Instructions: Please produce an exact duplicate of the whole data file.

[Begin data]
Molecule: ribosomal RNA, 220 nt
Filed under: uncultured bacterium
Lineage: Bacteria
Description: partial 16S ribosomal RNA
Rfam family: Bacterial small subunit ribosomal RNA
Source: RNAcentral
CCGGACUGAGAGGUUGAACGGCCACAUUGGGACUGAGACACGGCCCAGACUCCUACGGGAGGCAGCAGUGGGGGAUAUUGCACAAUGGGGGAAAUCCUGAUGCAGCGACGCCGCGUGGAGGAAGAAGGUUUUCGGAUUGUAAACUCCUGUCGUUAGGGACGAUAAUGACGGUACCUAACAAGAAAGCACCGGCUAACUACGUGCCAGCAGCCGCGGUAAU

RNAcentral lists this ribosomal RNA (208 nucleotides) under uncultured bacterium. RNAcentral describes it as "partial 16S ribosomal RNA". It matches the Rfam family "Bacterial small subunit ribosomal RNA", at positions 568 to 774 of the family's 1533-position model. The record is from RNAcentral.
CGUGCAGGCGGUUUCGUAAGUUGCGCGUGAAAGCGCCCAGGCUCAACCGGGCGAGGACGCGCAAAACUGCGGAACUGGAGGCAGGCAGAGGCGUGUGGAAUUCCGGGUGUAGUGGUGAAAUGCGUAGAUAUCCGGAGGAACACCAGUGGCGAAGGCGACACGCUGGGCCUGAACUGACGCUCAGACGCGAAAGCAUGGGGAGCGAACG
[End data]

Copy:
Molecule: ribosomal RNA, 220 nt
Filed under: uncultured bacterium
Lineage: Bacteria
Description: partial 16S ribosomal RNA
Rfam family: Bacterial small subunit ribosomal RNA
Source: RNAcentral
CCGGACUGAGAGGUUGAACGGCCACAUUGGGACUGAGACACGGCCCAGACUCCUACGGGAGGCAGCAGUGGGGGAUAUUGCACAAUGGGGGAAAUCCUGAUGCAGCGACGCCGCGUGGAGGAAGAAGGUUUUCGGAUUGUAAACUCCUGUCGUUAGGGACGAUAAUGACGGUACCUAACAAGAAAGCACCGGCUAACUACGUGCCAGCAGCCGCGGUAAU

RNAcentral lists this ribosomal RNA (208 nucleotides) under uncultured bacterium. RNAcentral describes it as "partial 16S ribosomal RNA". It matches the Rfam family "Bacterial small subunit ribosomal RNA", at positions 568 to 774 of the family's 1533-position model. The record is from RNAcentral.
CGUGCAGGCGGUUUCGUAAGUUGCGCGUGAAAGCGCCCAGGCUCAACCGGGCGAGGACGCGCAAAACUGCGGAACUGGAGGCAGGCAGAGGCGUGUGGAAUUCCGGGUGUAGUGGUGAAAUGCGUAGAUAUCCGGAGGAACACCAGUGGCGAAGGCGACACGCUGGGCCUGAACUGACGCUCAGACGCGAAAGCAUGGGGAGCGAACG